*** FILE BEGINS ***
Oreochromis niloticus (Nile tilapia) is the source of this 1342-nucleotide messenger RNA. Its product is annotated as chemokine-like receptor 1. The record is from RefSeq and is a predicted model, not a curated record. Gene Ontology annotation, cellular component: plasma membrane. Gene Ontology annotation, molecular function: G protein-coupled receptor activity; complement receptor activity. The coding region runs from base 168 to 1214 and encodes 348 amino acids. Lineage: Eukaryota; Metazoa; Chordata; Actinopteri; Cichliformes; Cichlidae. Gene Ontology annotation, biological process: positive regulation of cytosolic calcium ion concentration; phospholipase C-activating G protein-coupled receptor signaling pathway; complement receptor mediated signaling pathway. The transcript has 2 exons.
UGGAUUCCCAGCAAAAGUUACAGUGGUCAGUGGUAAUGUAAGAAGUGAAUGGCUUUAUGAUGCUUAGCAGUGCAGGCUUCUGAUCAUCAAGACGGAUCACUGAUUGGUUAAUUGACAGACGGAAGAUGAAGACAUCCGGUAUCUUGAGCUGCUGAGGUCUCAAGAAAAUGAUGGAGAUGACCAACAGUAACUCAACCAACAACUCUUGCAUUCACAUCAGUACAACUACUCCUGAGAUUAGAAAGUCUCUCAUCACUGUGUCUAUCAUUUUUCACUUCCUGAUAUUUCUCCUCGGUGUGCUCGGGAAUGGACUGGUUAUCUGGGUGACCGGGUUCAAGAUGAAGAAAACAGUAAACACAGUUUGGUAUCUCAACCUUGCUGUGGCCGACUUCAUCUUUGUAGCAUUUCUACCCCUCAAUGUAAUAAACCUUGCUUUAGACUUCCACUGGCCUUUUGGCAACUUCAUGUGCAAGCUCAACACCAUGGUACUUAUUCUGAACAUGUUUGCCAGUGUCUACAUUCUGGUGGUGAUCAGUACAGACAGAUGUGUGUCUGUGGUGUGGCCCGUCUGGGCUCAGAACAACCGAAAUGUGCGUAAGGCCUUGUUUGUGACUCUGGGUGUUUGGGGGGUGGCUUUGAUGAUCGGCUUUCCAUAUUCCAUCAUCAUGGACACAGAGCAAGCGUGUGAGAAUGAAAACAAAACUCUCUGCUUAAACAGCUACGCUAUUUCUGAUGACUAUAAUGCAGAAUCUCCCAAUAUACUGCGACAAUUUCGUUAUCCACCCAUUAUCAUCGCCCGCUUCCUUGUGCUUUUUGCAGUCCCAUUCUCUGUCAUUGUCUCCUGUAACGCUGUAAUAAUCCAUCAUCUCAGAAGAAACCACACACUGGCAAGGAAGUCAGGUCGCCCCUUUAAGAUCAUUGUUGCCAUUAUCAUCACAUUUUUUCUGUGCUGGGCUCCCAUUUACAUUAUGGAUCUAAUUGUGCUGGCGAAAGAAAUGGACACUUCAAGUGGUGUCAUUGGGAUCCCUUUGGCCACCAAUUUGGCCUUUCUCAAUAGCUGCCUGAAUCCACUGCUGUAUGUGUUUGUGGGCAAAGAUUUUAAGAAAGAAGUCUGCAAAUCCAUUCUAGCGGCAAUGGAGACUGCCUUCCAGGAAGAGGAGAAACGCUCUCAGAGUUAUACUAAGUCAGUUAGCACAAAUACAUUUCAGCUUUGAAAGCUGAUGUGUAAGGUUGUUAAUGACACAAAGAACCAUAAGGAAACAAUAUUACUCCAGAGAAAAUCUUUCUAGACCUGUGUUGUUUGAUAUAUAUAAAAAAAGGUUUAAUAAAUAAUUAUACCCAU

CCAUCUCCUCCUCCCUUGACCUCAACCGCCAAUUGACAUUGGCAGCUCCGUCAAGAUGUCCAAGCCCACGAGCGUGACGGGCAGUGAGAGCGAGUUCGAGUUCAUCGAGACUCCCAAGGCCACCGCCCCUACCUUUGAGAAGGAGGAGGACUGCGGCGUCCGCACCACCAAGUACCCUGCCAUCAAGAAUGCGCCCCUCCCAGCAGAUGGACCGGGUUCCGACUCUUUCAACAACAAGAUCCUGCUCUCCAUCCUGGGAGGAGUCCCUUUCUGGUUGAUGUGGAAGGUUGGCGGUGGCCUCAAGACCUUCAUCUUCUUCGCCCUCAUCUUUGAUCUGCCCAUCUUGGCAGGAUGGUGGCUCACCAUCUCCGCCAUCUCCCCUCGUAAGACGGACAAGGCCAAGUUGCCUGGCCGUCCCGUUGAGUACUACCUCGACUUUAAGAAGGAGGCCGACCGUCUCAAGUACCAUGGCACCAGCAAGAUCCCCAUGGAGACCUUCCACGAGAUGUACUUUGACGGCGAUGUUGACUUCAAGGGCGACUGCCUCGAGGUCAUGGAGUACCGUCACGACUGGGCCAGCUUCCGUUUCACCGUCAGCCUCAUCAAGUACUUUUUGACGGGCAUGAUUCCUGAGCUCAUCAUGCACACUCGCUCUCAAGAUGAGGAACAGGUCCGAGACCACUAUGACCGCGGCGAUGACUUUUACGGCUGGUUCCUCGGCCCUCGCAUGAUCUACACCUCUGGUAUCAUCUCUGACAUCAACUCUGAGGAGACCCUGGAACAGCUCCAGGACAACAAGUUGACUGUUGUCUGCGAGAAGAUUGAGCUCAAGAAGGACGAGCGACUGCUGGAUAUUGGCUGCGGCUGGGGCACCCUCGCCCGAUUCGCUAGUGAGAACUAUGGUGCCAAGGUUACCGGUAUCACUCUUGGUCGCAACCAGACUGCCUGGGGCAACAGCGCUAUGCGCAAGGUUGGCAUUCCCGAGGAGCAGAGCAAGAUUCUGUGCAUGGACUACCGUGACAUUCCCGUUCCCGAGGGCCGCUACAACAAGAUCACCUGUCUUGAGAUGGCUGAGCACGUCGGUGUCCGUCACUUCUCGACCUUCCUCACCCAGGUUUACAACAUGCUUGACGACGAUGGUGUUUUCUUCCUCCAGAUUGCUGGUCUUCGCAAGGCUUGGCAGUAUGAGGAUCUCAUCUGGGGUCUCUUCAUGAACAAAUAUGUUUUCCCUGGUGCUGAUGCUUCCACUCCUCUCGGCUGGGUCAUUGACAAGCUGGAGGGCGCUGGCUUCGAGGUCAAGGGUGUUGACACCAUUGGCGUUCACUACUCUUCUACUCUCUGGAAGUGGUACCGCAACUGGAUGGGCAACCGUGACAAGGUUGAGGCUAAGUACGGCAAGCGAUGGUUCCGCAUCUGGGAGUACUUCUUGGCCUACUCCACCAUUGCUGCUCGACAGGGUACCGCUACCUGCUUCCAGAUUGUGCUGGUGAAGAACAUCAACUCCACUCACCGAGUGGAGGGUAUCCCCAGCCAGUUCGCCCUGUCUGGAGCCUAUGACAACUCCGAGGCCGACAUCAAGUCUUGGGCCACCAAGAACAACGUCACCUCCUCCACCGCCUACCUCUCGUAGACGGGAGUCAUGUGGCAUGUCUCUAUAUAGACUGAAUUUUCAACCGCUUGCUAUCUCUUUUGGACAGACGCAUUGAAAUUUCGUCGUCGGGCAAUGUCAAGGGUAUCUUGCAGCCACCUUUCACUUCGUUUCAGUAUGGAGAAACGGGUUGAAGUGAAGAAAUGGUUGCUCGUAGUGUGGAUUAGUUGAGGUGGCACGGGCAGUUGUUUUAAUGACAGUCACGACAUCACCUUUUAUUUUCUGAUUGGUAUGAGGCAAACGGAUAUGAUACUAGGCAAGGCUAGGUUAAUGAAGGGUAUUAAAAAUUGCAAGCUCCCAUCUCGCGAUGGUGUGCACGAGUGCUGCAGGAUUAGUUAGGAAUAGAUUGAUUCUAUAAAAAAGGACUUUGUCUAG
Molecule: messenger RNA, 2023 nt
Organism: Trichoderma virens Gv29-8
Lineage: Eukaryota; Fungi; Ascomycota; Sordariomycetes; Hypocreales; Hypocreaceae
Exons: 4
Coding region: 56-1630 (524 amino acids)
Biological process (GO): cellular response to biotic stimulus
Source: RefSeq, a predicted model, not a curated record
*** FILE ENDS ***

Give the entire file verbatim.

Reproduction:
Oreochromis niloticus (Nile tilapia) is the source of this 1342-nucleotide messenger RNA. Its product is annotated as chemokine-like receptor 1. The record is from RefSeq and is a predicted model, not a curated record. Gene Ontology annotation, cellular component: plasma membrane. Gene Ontology annotation, molecular function: G protein-coupled receptor activity; complement receptor activity. The coding region runs from base 168 to 1214 and encodes 348 amino acids. Lineage: Eukaryota; Metazoa; Chordata; Actinopteri; Cichliformes; Cichlidae. Gene Ontology annotation, biological process: positive regulation of cytosolic calcium ion concentration; phospholipase C-activating G protein-coupled receptor signaling pathway; complement receptor mediated signaling pathway. The transcript has 2 exons.
UGGAUUCCCAGCAAAAGUUACAGUGGUCAGUGGUAAUGUAAGAAGUGAAUGGCUUUAUGAUGCUUAGCAGUGCAGGCUUCUGAUCAUCAAGACGGAUCACUGAUUGGUUAAUUGACAGACGGAAGAUGAAGACAUCCGGUAUCUUGAGCUGCUGAGGUCUCAAGAAAAUGAUGGAGAUGACCAACAGUAACUCAACCAACAACUCUUGCAUUCACAUCAGUACAACUACUCCUGAGAUUAGAAAGUCUCUCAUCACUGUGUCUAUCAUUUUUCACUUCCUGAUAUUUCUCCUCGGUGUGCUCGGGAAUGGACUGGUUAUCUGGGUGACCGGGUUCAAGAUGAAGAAAACAGUAAACACAGUUUGGUAUCUCAACCUUGCUGUGGCCGACUUCAUCUUUGUAGCAUUUCUACCCCUCAAUGUAAUAAACCUUGCUUUAGACUUCCACUGGCCUUUUGGCAACUUCAUGUGCAAGCUCAACACCAUGGUACUUAUUCUGAACAUGUUUGCCAGUGUCUACAUUCUGGUGGUGAUCAGUACAGACAGAUGUGUGUCUGUGGUGUGGCCCGUCUGGGCUCAGAACAACCGAAAUGUGCGUAAGGCCUUGUUUGUGACUCUGGGUGUUUGGGGGGUGGCUUUGAUGAUCGGCUUUCCAUAUUCCAUCAUCAUGGACACAGAGCAAGCGUGUGAGAAUGAAAACAAAACUCUCUGCUUAAACAGCUACGCUAUUUCUGAUGACUAUAAUGCAGAAUCUCCCAAUAUACUGCGACAAUUUCGUUAUCCACCCAUUAUCAUCGCCCGCUUCCUUGUGCUUUUUGCAGUCCCAUUCUCUGUCAUUGUCUCCUGUAACGCUGUAAUAAUCCAUCAUCUCAGAAGAAACCACACACUGGCAAGGAAGUCAGGUCGCCCCUUUAAGAUCAUUGUUGCCAUUAUCAUCACAUUUUUUCUGUGCUGGGCUCCCAUUUACAUUAUGGAUCUAAUUGUGCUGGCGAAAGAAAUGGACACUUCAAGUGGUGUCAUUGGGAUCCCUUUGGCCACCAAUUUGGCCUUUCUCAAUAGCUGCCUGAAUCCACUGCUGUAUGUGUUUGUGGGCAAAGAUUUUAAGAAAGAAGUCUGCAAAUCCAUUCUAGCGGCAAUGGAGACUGCCUUCCAGGAAGAGGAGAAACGCUCUCAGAGUUAUACUAAGUCAGUUAGCACAAAUACAUUUCAGCUUUGAAAGCUGAUGUGUAAGGUUGUUAAUGACACAAAGAACCAUAAGGAAACAAUAUUACUCCAGAGAAAAUCUUUCUAGACCUGUGUUGUUUGAUAUAUAUAAAAAAAGGUUUAAUAAAUAAUUAUACCCAU

CCAUCUCCUCCUCCCUUGACCUCAACCGCCAAUUGACAUUGGCAGCUCCGUCAAGAUGUCCAAGCCCACGAGCGUGACGGGCAGUGAGAGCGAGUUCGAGUUCAUCGAGACUCCCAAGGCCACCGCCCCUACCUUUGAGAAGGAGGAGGACUGCGGCGUCCGCACCACCAAGUACCCUGCCAUCAAGAAUGCGCCCCUCCCAGCAGAUGGACCGGGUUCCGACUCUUUCAACAACAAGAUCCUGCUCUCCAUCCUGGGAGGAGUCCCUUUCUGGUUGAUGUGGAAGGUUGGCGGUGGCCUCAAGACCUUCAUCUUCUUCGCCCUCAUCUUUGAUCUGCCCAUCUUGGCAGGAUGGUGGCUCACCAUCUCCGCCAUCUCCCCUCGUAAGACGGACAAGGCCAAGUUGCCUGGCCGUCCCGUUGAGUACUACCUCGACUUUAAGAAGGAGGCCGACCGUCUCAAGUACCAUGGCACCAGCAAGAUCCCCAUGGAGACCUUCCACGAGAUGUACUUUGACGGCGAUGUUGACUUCAAGGGCGACUGCCUCGAGGUCAUGGAGUACCGUCACGACUGGGCCAGCUUCCGUUUCACCGUCAGCCUCAUCAAGUACUUUUUGACGGGCAUGAUUCCUGAGCUCAUCAUGCACACUCGCUCUCAAGAUGAGGAACAGGUCCGAGACCACUAUGACCGCGGCGAUGACUUUUACGGCUGGUUCCUCGGCCCUCGCAUGAUCUACACCUCUGGUAUCAUCUCUGACAUCAACUCUGAGGAGACCCUGGAACAGCUCCAGGACAACAAGUUGACUGUUGUCUGCGAGAAGAUUGAGCUCAAGAAGGACGAGCGACUGCUGGAUAUUGGCUGCGGCUGGGGCACCCUCGCCCGAUUCGCUAGUGAGAACUAUGGUGCCAAGGUUACCGGUAUCACUCUUGGUCGCAACCAGACUGCCUGGGGCAACAGCGCUAUGCGCAAGGUUGGCAUUCCCGAGGAGCAGAGCAAGAUUCUGUGCAUGGACUACCGUGACAUUCCCGUUCCCGAGGGCCGCUACAACAAGAUCACCUGUCUUGAGAUGGCUGAGCACGUCGGUGUCCGUCACUUCUCGACCUUCCUCACCCAGGUUUACAACAUGCUUGACGACGAUGGUGUUUUCUUCCUCCAGAUUGCUGGUCUUCGCAAGGCUUGGCAGUAUGAGGAUCUCAUCUGGGGUCUCUUCAUGAACAAAUAUGUUUUCCCUGGUGCUGAUGCUUCCACUCCUCUCGGCUGGGUCAUUGACAAGCUGGAGGGCGCUGGCUUCGAGGUCAAGGGUGUUGACACCAUUGGCGUUCACUACUCUUCUACUCUCUGGAAGUGGUACCGCAACUGGAUGGGCAACCGUGACAAGGUUGAGGCUAAGUACGGCAAGCGAUGGUUCCGCAUCUGGGAGUACUUCUUGGCCUACUCCACCAUUGCUGCUCGACAGGGUACCGCUACCUGCUUCCAGAUUGUGCUGGUGAAGAACAUCAACUCCACUCACCGAGUGGAGGGUAUCCCCAGCCAGUUCGCCCUGUCUGGAGCCUAUGACAACUCCGAGGCCGACAUCAAGUCUUGGGCCACCAAGAACAACGUCACCUCCUCCACCGCCUACCUCUCGUAGACGGGAGUCAUGUGGCAUGUCUCUAUAUAGACUGAAUUUUCAACCGCUUGCUAUCUCUUUUGGACAGACGCAUUGAAAUUUCGUCGUCGGGCAAUGUCAAGGGUAUCUUGCAGCCACCUUUCACUUCGUUUCAGUAUGGAGAAACGGGUUGAAGUGAAGAAAUGGUUGCUCGUAGUGUGGAUUAGUUGAGGUGGCACGGGCAGUUGUUUUAAUGACAGUCACGACAUCACCUUUUAUUUUCUGAUUGGUAUGAGGCAAACGGAUAUGAUACUAGGCAAGGCUAGGUUAAUGAAGGGUAUUAAAAAUUGCAAGCUCCCAUCUCGCGAUGGUGUGCACGAGUGCUGCAGGAUUAGUUAGGAAUAGAUUGAUUCUAUAAAAAAGGACUUUGUCUAG
Molecule: messenger RNA, 2023 nt
Organism: Trichoderma virens Gv29-8
Lineage: Eukaryota; Fungi; Ascomycota; Sordariomycetes; Hypocreales; Hypocreaceae
Exons: 4
Coding region: 56-1630 (524 amino acids)
Biological process (GO): cellular response to biotic stimulus
Source: RefSeq, a predicted model, not a curated record